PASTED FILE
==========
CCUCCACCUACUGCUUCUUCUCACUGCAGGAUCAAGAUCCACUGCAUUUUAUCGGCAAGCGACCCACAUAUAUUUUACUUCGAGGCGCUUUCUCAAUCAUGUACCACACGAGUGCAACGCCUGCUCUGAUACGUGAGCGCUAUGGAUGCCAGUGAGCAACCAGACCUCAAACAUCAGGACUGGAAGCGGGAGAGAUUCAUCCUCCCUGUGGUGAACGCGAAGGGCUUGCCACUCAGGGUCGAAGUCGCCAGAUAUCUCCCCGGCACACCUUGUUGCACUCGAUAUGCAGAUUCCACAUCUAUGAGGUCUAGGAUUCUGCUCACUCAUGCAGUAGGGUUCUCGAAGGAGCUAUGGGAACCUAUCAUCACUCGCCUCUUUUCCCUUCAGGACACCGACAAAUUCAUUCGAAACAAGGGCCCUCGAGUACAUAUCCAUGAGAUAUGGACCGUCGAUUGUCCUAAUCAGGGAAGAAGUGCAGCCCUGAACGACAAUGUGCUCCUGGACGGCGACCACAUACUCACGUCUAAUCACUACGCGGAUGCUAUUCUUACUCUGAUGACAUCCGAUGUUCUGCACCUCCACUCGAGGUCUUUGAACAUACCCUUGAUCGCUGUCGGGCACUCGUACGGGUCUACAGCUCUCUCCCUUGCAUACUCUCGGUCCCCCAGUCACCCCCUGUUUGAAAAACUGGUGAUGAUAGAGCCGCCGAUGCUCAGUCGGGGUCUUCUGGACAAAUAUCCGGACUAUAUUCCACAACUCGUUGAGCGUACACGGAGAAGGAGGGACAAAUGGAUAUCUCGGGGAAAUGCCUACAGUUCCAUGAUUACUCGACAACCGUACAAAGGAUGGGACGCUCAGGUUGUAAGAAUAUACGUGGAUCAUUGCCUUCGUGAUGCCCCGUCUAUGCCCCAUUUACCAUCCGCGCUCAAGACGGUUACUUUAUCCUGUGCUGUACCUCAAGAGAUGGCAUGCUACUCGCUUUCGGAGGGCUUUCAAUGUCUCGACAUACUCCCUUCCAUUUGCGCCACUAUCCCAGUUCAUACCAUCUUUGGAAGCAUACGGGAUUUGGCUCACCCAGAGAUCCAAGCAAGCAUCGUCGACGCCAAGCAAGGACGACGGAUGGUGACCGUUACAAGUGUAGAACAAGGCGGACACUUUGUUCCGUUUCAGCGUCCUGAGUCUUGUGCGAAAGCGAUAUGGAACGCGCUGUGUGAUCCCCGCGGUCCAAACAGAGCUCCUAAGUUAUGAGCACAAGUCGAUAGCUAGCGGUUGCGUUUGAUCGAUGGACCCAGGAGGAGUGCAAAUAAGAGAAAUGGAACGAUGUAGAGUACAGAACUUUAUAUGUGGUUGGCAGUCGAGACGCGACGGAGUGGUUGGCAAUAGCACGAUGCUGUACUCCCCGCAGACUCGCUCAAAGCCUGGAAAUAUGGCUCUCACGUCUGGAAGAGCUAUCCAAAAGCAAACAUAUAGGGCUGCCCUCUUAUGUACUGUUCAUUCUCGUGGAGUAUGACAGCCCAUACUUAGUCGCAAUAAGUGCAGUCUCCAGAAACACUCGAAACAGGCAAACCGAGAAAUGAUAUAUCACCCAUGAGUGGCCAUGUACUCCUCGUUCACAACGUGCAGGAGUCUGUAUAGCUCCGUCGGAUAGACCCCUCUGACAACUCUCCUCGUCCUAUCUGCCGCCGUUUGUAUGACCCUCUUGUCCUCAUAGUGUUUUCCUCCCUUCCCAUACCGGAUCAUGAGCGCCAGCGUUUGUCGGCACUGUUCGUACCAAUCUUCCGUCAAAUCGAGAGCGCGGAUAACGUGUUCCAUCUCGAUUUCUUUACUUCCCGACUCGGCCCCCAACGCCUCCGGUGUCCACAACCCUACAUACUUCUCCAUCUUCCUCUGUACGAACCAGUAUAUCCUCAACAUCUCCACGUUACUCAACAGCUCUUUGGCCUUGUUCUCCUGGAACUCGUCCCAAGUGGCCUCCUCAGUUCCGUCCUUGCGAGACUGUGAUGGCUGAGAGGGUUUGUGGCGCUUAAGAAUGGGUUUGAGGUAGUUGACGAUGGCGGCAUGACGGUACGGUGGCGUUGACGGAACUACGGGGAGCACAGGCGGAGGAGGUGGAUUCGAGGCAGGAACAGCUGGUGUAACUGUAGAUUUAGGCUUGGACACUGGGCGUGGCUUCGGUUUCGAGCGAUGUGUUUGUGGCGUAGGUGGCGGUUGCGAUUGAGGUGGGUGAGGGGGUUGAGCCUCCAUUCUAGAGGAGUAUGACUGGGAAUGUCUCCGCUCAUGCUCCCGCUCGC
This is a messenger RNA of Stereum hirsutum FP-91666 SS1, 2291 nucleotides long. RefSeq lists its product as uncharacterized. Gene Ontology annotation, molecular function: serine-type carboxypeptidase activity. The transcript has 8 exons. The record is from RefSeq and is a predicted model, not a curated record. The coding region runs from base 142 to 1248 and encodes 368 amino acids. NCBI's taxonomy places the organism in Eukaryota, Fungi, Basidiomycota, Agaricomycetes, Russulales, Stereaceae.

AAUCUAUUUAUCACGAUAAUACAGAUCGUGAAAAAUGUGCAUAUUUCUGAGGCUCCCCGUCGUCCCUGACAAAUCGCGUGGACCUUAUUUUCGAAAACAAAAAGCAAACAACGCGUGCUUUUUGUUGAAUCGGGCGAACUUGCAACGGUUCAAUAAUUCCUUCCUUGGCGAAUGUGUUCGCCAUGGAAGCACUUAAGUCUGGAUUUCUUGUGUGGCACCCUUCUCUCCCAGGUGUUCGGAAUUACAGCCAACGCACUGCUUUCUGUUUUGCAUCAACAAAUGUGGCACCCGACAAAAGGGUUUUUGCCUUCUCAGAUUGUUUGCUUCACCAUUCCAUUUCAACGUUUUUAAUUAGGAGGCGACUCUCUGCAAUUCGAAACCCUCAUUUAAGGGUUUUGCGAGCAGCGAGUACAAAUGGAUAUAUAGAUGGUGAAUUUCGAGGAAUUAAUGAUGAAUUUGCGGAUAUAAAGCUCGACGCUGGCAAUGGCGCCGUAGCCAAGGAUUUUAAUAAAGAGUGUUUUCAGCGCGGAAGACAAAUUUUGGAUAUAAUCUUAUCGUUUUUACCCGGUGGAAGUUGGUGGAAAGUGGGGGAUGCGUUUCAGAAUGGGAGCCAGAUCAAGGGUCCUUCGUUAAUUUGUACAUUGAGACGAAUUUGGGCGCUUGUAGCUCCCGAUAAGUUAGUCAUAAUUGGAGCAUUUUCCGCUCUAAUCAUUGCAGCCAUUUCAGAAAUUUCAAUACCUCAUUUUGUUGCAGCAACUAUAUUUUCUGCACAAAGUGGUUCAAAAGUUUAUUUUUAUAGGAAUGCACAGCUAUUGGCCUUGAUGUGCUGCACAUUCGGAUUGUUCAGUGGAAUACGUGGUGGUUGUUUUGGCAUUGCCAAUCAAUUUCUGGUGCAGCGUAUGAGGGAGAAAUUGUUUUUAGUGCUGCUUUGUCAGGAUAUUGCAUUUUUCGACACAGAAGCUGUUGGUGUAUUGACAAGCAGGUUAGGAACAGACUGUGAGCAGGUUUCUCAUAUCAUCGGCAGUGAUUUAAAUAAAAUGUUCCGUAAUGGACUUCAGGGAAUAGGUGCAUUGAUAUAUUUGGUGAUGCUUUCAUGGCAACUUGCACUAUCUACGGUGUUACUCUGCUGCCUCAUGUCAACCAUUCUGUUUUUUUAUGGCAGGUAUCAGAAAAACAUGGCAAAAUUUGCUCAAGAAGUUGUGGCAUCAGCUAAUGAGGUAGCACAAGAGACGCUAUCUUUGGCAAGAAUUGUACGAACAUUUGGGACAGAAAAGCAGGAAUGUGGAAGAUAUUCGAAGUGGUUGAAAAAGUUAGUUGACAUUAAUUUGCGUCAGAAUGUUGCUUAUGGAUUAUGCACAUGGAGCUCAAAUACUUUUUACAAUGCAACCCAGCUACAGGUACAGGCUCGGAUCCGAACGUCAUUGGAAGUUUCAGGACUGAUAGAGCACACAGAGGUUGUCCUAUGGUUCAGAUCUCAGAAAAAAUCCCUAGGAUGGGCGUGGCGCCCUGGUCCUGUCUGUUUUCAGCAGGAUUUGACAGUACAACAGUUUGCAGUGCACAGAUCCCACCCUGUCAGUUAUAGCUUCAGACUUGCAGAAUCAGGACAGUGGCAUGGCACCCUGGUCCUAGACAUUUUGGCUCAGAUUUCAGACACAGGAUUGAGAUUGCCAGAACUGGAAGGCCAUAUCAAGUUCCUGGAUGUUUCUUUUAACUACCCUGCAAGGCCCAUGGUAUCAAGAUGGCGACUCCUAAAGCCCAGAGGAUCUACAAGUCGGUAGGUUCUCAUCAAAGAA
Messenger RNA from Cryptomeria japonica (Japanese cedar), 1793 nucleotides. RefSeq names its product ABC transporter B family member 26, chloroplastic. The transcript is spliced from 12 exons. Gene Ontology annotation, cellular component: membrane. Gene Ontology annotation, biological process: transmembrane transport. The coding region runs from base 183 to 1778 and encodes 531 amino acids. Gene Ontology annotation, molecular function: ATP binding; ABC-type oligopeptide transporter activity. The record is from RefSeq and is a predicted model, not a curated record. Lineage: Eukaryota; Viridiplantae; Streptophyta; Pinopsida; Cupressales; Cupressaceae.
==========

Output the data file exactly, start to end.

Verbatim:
CCUCCACCUACUGCUUCUUCUCACUGCAGGAUCAAGAUCCACUGCAUUUUAUCGGCAAGCGACCCACAUAUAUUUUACUUCGAGGCGCUUUCUCAAUCAUGUACCACACGAGUGCAACGCCUGCUCUGAUACGUGAGCGCUAUGGAUGCCAGUGAGCAACCAGACCUCAAACAUCAGGACUGGAAGCGGGAGAGAUUCAUCCUCCCUGUGGUGAACGCGAAGGGCUUGCCACUCAGGGUCGAAGUCGCCAGAUAUCUCCCCGGCACACCUUGUUGCACUCGAUAUGCAGAUUCCACAUCUAUGAGGUCUAGGAUUCUGCUCACUCAUGCAGUAGGGUUCUCGAAGGAGCUAUGGGAACCUAUCAUCACUCGCCUCUUUUCCCUUCAGGACACCGACAAAUUCAUUCGAAACAAGGGCCCUCGAGUACAUAUCCAUGAGAUAUGGACCGUCGAUUGUCCUAAUCAGGGAAGAAGUGCAGCCCUGAACGACAAUGUGCUCCUGGACGGCGACCACAUACUCACGUCUAAUCACUACGCGGAUGCUAUUCUUACUCUGAUGACAUCCGAUGUUCUGCACCUCCACUCGAGGUCUUUGAACAUACCCUUGAUCGCUGUCGGGCACUCGUACGGGUCUACAGCUCUCUCCCUUGCAUACUCUCGGUCCCCCAGUCACCCCCUGUUUGAAAAACUGGUGAUGAUAGAGCCGCCGAUGCUCAGUCGGGGUCUUCUGGACAAAUAUCCGGACUAUAUUCCACAACUCGUUGAGCGUACACGGAGAAGGAGGGACAAAUGGAUAUCUCGGGGAAAUGCCUACAGUUCCAUGAUUACUCGACAACCGUACAAAGGAUGGGACGCUCAGGUUGUAAGAAUAUACGUGGAUCAUUGCCUUCGUGAUGCCCCGUCUAUGCCCCAUUUACCAUCCGCGCUCAAGACGGUUACUUUAUCCUGUGCUGUACCUCAAGAGAUGGCAUGCUACUCGCUUUCGGAGGGCUUUCAAUGUCUCGACAUACUCCCUUCCAUUUGCGCCACUAUCCCAGUUCAUACCAUCUUUGGAAGCAUACGGGAUUUGGCUCACCCAGAGAUCCAAGCAAGCAUCGUCGACGCCAAGCAAGGACGACGGAUGGUGACCGUUACAAGUGUAGAACAAGGCGGACACUUUGUUCCGUUUCAGCGUCCUGAGUCUUGUGCGAAAGCGAUAUGGAACGCGCUGUGUGAUCCCCGCGGUCCAAACAGAGCUCCUAAGUUAUGAGCACAAGUCGAUAGCUAGCGGUUGCGUUUGAUCGAUGGACCCAGGAGGAGUGCAAAUAAGAGAAAUGGAACGAUGUAGAGUACAGAACUUUAUAUGUGGUUGGCAGUCGAGACGCGACGGAGUGGUUGGCAAUAGCACGAUGCUGUACUCCCCGCAGACUCGCUCAAAGCCUGGAAAUAUGGCUCUCACGUCUGGAAGAGCUAUCCAAAAGCAAACAUAUAGGGCUGCCCUCUUAUGUACUGUUCAUUCUCGUGGAGUAUGACAGCCCAUACUUAGUCGCAAUAAGUGCAGUCUCCAGAAACACUCGAAACAGGCAAACCGAGAAAUGAUAUAUCACCCAUGAGUGGCCAUGUACUCCUCGUUCACAACGUGCAGGAGUCUGUAUAGCUCCGUCGGAUAGACCCCUCUGACAACUCUCCUCGUCCUAUCUGCCGCCGUUUGUAUGACCCUCUUGUCCUCAUAGUGUUUUCCUCCCUUCCCAUACCGGAUCAUGAGCGCCAGCGUUUGUCGGCACUGUUCGUACCAAUCUUCCGUCAAAUCGAGAGCGCGGAUAACGUGUUCCAUCUCGAUUUCUUUACUUCCCGACUCGGCCCCCAACGCCUCCGGUGUCCACAACCCUACAUACUUCUCCAUCUUCCUCUGUACGAACCAGUAUAUCCUCAACAUCUCCACGUUACUCAACAGCUCUUUGGCCUUGUUCUCCUGGAACUCGUCCCAAGUGGCCUCCUCAGUUCCGUCCUUGCGAGACUGUGAUGGCUGAGAGGGUUUGUGGCGCUUAAGAAUGGGUUUGAGGUAGUUGACGAUGGCGGCAUGACGGUACGGUGGCGUUGACGGAACUACGGGGAGCACAGGCGGAGGAGGUGGAUUCGAGGCAGGAACAGCUGGUGUAACUGUAGAUUUAGGCUUGGACACUGGGCGUGGCUUCGGUUUCGAGCGAUGUGUUUGUGGCGUAGGUGGCGGUUGCGAUUGAGGUGGGUGAGGGGGUUGAGCCUCCAUUCUAGAGGAGUAUGACUGGGAAUGUCUCCGCUCAUGCUCCCGCUCGC
This is a messenger RNA of Stereum hirsutum FP-91666 SS1, 2291 nucleotides long. RefSeq lists its product as uncharacterized. Gene Ontology annotation, molecular function: serine-type carboxypeptidase activity. The transcript has 8 exons. The record is from RefSeq and is a predicted model, not a curated record. The coding region runs from base 142 to 1248 and encodes 368 amino acids. NCBI's taxonomy places the organism in Eukaryota, Fungi, Basidiomycota, Agaricomycetes, Russulales, Stereaceae.

AAUCUAUUUAUCACGAUAAUACAGAUCGUGAAAAAUGUGCAUAUUUCUGAGGCUCCCCGUCGUCCCUGACAAAUCGCGUGGACCUUAUUUUCGAAAACAAAAAGCAAACAACGCGUGCUUUUUGUUGAAUCGGGCGAACUUGCAACGGUUCAAUAAUUCCUUCCUUGGCGAAUGUGUUCGCCAUGGAAGCACUUAAGUCUGGAUUUCUUGUGUGGCACCCUUCUCUCCCAGGUGUUCGGAAUUACAGCCAACGCACUGCUUUCUGUUUUGCAUCAACAAAUGUGGCACCCGACAAAAGGGUUUUUGCCUUCUCAGAUUGUUUGCUUCACCAUUCCAUUUCAACGUUUUUAAUUAGGAGGCGACUCUCUGCAAUUCGAAACCCUCAUUUAAGGGUUUUGCGAGCAGCGAGUACAAAUGGAUAUAUAGAUGGUGAAUUUCGAGGAAUUAAUGAUGAAUUUGCGGAUAUAAAGCUCGACGCUGGCAAUGGCGCCGUAGCCAAGGAUUUUAAUAAAGAGUGUUUUCAGCGCGGAAGACAAAUUUUGGAUAUAAUCUUAUCGUUUUUACCCGGUGGAAGUUGGUGGAAAGUGGGGGAUGCGUUUCAGAAUGGGAGCCAGAUCAAGGGUCCUUCGUUAAUUUGUACAUUGAGACGAAUUUGGGCGCUUGUAGCUCCCGAUAAGUUAGUCAUAAUUGGAGCAUUUUCCGCUCUAAUCAUUGCAGCCAUUUCAGAAAUUUCAAUACCUCAUUUUGUUGCAGCAACUAUAUUUUCUGCACAAAGUGGUUCAAAAGUUUAUUUUUAUAGGAAUGCACAGCUAUUGGCCUUGAUGUGCUGCACAUUCGGAUUGUUCAGUGGAAUACGUGGUGGUUGUUUUGGCAUUGCCAAUCAAUUUCUGGUGCAGCGUAUGAGGGAGAAAUUGUUUUUAGUGCUGCUUUGUCAGGAUAUUGCAUUUUUCGACACAGAAGCUGUUGGUGUAUUGACAAGCAGGUUAGGAACAGACUGUGAGCAGGUUUCUCAUAUCAUCGGCAGUGAUUUAAAUAAAAUGUUCCGUAAUGGACUUCAGGGAAUAGGUGCAUUGAUAUAUUUGGUGAUGCUUUCAUGGCAACUUGCACUAUCUACGGUGUUACUCUGCUGCCUCAUGUCAACCAUUCUGUUUUUUUAUGGCAGGUAUCAGAAAAACAUGGCAAAAUUUGCUCAAGAAGUUGUGGCAUCAGCUAAUGAGGUAGCACAAGAGACGCUAUCUUUGGCAAGAAUUGUACGAACAUUUGGGACAGAAAAGCAGGAAUGUGGAAGAUAUUCGAAGUGGUUGAAAAAGUUAGUUGACAUUAAUUUGCGUCAGAAUGUUGCUUAUGGAUUAUGCACAUGGAGCUCAAAUACUUUUUACAAUGCAACCCAGCUACAGGUACAGGCUCGGAUCCGAACGUCAUUGGAAGUUUCAGGACUGAUAGAGCACACAGAGGUUGUCCUAUGGUUCAGAUCUCAGAAAAAAUCCCUAGGAUGGGCGUGGCGCCCUGGUCCUGUCUGUUUUCAGCAGGAUUUGACAGUACAACAGUUUGCAGUGCACAGAUCCCACCCUGUCAGUUAUAGCUUCAGACUUGCAGAAUCAGGACAGUGGCAUGGCACCCUGGUCCUAGACAUUUUGGCUCAGAUUUCAGACACAGGAUUGAGAUUGCCAGAACUGGAAGGCCAUAUCAAGUUCCUGGAUGUUUCUUUUAACUACCCUGCAAGGCCCAUGGUAUCAAGAUGGCGACUCCUAAAGCCCAGAGGAUCUACAAGUCGGUAGGUUCUCAUCAAAGAA
Messenger RNA from Cryptomeria japonica (Japanese cedar), 1793 nucleotides. RefSeq names its product ABC transporter B family member 26, chloroplastic. The transcript is spliced from 12 exons. Gene Ontology annotation, cellular component: membrane. Gene Ontology annotation, biological process: transmembrane transport. The coding region runs from base 183 to 1778 and encodes 531 amino acids. Gene Ontology annotation, molecular function: ATP binding; ABC-type oligopeptide transporter activity. The record is from RefSeq and is a predicted model, not a curated record. Lineage: Eukaryota; Viridiplantae; Streptophyta; Pinopsida; Cupressales; Cupressaceae.